An ICU doctor in Yorkshire ran 22 miles (35 kilometers) to work and back while wearing a face mask, to debunk some myths about masks and raise money for charity in the process.
Tom Lawton, a doctor who has worked at the Bradford Royal Infirmary throughout the coronavirus pandemic, says he’s seen ‘the worst of what coronavirus can do’ to people, including young adults in their 20s and 30s.
In order to help stop the spread of misinformation surrounding face masks, especially the misconception that they limit oxygen levels, Lawton decided to take matters into his own hands.
Running the 22 miles from his home to his place of work and back, all while wearing a face mask, Lawton not only proved masks do not block oxygen, but has so far raised more than £1,600 (approx $2000) for the Trussell Trust, a food-bank charity working to stop hunger and poverty in the UK.
“I’ve done this because, working on ICU and in the hospital, I’ve seen some of the worst of what this virus can do – even to people in their 20s and 30s. I don’t think there’s a single magic bullet that will fix this but a whole series of things we can do which play a small part each,” the doctor told in The Yorkshire Post.
“One of those, and one of the easiest, is probably wearing masks. So it upsets me to see misinformation about oxygen levels etc that might scare people away from them.”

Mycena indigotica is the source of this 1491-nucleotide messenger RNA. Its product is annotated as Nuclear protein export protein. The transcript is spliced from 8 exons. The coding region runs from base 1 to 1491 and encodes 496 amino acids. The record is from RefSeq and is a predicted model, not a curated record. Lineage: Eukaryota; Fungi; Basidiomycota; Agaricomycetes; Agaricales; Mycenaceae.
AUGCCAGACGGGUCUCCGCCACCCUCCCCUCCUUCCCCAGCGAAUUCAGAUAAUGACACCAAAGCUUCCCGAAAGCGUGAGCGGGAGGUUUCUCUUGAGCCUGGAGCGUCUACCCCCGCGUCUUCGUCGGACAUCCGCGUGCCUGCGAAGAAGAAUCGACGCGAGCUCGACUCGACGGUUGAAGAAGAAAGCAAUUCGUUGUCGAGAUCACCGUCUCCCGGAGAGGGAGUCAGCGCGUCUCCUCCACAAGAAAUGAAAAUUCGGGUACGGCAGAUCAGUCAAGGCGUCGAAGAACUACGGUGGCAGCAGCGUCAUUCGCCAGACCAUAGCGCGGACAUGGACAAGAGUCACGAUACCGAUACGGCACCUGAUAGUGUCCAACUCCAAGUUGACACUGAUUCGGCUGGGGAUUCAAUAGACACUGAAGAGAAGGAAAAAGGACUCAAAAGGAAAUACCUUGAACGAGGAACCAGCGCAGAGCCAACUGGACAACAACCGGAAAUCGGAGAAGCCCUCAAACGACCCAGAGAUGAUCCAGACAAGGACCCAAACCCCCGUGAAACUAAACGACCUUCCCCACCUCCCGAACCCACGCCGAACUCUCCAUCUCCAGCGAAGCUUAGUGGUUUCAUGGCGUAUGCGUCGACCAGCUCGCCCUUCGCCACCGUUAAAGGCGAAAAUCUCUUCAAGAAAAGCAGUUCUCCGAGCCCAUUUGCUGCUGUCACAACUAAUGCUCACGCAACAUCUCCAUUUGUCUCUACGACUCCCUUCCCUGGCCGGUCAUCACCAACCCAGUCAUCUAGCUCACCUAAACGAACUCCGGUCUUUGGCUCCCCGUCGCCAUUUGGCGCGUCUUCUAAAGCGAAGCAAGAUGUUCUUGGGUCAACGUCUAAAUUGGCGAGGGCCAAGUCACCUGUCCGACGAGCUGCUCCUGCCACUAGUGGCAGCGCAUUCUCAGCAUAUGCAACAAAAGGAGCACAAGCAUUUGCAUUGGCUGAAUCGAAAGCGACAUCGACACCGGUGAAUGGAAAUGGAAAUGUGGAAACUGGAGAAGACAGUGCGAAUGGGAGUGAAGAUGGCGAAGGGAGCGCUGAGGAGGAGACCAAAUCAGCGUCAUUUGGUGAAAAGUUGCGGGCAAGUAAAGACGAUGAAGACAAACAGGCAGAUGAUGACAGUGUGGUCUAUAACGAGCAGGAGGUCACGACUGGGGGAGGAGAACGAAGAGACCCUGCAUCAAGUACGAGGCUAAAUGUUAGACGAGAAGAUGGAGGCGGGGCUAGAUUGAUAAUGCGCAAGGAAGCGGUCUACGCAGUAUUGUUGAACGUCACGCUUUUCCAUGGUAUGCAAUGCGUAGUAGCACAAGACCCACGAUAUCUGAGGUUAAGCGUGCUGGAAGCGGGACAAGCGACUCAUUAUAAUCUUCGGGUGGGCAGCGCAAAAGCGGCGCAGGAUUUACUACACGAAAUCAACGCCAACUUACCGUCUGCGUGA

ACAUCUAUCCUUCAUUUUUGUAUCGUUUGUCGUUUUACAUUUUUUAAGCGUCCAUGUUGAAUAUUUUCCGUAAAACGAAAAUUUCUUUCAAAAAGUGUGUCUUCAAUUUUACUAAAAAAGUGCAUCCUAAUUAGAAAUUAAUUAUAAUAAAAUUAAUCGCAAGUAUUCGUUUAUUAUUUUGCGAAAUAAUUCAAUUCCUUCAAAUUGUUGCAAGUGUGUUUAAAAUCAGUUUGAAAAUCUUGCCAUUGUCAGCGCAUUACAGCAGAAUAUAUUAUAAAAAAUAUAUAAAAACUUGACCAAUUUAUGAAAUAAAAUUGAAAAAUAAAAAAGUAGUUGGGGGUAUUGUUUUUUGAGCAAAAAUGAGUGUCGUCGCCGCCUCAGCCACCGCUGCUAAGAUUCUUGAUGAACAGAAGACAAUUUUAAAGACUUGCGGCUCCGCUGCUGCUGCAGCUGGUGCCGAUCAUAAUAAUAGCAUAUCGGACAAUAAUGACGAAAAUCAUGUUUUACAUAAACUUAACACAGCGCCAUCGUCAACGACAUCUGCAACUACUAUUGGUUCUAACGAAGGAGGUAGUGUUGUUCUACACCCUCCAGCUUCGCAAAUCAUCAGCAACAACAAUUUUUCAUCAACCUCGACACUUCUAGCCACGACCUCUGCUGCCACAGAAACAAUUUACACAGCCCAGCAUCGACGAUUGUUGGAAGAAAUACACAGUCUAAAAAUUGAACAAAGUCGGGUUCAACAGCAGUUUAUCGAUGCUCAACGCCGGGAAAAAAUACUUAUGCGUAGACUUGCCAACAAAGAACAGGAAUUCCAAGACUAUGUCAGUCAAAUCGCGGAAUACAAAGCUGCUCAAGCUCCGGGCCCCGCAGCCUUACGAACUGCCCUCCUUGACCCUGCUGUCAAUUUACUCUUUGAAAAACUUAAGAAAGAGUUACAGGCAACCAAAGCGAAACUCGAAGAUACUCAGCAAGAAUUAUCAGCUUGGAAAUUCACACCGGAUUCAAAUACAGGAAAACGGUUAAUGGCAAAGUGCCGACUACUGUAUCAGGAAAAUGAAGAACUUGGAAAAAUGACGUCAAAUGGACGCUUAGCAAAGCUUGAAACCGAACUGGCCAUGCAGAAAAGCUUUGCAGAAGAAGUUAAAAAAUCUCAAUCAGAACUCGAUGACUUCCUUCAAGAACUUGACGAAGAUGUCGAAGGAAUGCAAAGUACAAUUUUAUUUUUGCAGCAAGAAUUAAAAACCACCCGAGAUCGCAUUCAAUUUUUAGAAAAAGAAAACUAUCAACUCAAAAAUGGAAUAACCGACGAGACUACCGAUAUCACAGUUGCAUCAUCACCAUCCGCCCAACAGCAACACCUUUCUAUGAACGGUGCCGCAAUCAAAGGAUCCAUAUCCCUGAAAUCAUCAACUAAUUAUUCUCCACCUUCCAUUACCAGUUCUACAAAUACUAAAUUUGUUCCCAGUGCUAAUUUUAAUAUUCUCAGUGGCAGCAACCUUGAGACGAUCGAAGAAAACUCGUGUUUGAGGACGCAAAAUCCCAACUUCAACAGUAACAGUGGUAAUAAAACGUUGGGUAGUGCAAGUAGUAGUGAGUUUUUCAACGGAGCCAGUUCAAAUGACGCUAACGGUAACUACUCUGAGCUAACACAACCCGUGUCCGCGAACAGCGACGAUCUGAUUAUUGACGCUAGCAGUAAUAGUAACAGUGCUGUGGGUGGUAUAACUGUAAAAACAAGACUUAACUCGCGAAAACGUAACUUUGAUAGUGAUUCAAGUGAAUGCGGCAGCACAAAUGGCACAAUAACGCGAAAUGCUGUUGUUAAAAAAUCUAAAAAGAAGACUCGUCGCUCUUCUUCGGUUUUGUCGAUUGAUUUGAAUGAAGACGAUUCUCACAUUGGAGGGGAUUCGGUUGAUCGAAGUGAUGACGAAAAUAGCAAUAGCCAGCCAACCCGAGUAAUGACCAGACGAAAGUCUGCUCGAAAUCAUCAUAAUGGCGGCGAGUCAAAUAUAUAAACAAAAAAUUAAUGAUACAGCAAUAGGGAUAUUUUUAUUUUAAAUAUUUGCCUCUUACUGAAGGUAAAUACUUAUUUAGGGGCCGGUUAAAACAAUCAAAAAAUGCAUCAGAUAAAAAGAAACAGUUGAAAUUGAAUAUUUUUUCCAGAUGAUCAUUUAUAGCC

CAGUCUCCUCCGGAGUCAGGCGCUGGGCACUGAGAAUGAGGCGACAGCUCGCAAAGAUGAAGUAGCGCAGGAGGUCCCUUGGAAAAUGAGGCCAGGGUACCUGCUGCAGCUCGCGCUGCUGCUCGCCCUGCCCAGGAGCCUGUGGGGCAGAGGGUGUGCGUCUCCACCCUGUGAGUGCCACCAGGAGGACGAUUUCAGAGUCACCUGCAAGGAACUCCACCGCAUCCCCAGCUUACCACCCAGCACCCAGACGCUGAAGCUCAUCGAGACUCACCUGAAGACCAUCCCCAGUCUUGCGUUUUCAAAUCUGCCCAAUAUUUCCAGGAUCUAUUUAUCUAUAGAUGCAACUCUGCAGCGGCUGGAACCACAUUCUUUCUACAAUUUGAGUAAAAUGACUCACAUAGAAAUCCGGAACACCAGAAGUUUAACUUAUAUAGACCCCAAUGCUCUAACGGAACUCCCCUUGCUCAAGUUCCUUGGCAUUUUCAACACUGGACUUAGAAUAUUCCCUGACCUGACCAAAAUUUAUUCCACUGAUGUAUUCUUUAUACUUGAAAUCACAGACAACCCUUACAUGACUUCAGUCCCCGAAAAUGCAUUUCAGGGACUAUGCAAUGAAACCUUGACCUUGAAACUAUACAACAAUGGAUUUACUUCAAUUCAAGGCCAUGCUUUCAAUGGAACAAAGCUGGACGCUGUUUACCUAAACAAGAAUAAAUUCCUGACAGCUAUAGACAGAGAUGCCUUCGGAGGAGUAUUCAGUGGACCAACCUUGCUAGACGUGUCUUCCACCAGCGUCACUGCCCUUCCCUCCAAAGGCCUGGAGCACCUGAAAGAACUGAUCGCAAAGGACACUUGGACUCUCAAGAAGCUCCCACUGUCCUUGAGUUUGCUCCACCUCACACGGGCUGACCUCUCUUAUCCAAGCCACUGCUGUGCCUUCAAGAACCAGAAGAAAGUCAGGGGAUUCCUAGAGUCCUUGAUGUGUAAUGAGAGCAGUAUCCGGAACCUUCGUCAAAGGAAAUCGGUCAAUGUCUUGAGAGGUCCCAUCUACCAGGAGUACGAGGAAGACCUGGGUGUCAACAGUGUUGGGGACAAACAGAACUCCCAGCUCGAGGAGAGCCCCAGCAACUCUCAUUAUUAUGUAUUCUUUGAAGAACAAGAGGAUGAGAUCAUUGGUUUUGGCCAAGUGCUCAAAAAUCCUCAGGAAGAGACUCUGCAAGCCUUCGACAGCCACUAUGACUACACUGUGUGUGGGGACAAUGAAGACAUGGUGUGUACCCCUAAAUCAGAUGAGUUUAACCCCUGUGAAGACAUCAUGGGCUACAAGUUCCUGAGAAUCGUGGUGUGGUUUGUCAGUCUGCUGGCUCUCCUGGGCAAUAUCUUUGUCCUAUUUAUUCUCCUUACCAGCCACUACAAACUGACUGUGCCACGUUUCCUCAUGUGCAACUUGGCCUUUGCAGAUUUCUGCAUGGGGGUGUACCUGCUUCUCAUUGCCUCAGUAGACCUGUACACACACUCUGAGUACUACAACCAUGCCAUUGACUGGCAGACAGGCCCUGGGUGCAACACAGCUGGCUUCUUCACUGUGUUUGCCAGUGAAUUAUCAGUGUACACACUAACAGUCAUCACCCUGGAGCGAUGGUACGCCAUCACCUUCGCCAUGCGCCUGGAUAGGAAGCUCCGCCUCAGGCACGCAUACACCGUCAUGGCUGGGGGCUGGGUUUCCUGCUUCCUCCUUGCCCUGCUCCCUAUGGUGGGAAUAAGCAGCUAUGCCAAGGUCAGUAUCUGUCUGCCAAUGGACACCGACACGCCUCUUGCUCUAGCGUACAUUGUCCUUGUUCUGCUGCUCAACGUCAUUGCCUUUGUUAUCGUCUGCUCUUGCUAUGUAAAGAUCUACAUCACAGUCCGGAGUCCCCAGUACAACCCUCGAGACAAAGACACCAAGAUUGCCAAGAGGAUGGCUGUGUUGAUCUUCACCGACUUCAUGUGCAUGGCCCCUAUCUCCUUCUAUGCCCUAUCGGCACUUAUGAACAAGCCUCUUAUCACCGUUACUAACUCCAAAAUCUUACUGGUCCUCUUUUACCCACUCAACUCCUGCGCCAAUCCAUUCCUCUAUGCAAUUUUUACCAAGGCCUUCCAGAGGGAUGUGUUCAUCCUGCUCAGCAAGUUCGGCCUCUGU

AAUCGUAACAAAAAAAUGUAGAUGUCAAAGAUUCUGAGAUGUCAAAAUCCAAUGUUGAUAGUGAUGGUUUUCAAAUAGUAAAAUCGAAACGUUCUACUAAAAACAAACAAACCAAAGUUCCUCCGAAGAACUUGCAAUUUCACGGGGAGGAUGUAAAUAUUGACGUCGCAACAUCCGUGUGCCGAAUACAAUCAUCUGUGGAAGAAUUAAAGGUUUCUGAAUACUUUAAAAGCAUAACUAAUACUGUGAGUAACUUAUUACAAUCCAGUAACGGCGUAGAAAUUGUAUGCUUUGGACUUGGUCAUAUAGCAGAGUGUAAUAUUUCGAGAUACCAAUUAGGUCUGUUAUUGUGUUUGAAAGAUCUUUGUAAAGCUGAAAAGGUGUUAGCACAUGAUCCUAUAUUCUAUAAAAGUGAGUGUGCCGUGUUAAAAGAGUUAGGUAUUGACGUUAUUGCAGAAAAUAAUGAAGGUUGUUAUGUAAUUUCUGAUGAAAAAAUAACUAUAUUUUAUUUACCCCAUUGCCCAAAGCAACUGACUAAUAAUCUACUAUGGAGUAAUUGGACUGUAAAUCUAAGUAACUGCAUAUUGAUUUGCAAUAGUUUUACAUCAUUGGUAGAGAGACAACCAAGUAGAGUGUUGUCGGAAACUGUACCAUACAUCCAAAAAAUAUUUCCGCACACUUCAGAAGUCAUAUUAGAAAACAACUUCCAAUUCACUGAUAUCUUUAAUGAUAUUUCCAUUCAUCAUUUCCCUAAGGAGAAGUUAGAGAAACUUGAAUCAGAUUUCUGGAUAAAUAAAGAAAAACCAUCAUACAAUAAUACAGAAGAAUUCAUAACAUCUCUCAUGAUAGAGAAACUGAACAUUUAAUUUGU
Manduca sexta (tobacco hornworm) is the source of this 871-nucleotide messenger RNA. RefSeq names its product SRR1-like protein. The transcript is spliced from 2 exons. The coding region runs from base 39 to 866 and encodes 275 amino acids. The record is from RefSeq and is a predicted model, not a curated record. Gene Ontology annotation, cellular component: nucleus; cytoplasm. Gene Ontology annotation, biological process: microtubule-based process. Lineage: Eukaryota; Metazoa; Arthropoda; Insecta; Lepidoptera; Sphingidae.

Lawton kept his mask on for the entire run, almost the distance of a whole marathon, and didn’t even remove it for food or water. Using a SATS meter, the doctor said that ‘oxygen levels were stubbornly 98%’ every time he checked them, and in total, he breathed enough oxygen ‘for about 10 calm people’.
Lawton explained he’d not run in a mask before, but was confident in ‘medical and physiology training’, so he knew what he was doing.
The doctor spoke about the charity of his choice, saying: “The choice of the Trussell Trust for fundraising was because they run the main food banks I’m aware of in Bradford, and many nationally.”
“They were already needed too much prior to 2020, and the pandemic has made things worse for so many people – I’ve seen reports on how many children don’t have enough to eat right now so I feel it’s something really important to try to help.”
Not only the doctor did run to work and back, but in between he worked his full shift at the hospital, treating patients while also wearing a mask.
Taking to Twitter after the run, the doctor hoped his efforts had proven masks are safe and very important right now, adding: “Please feel free to cite this when anyone suggests they’re bad for you, and stay safe – and COVID-free.”
“If I can run 16-21 miles masked, you can probably make it round the shops.”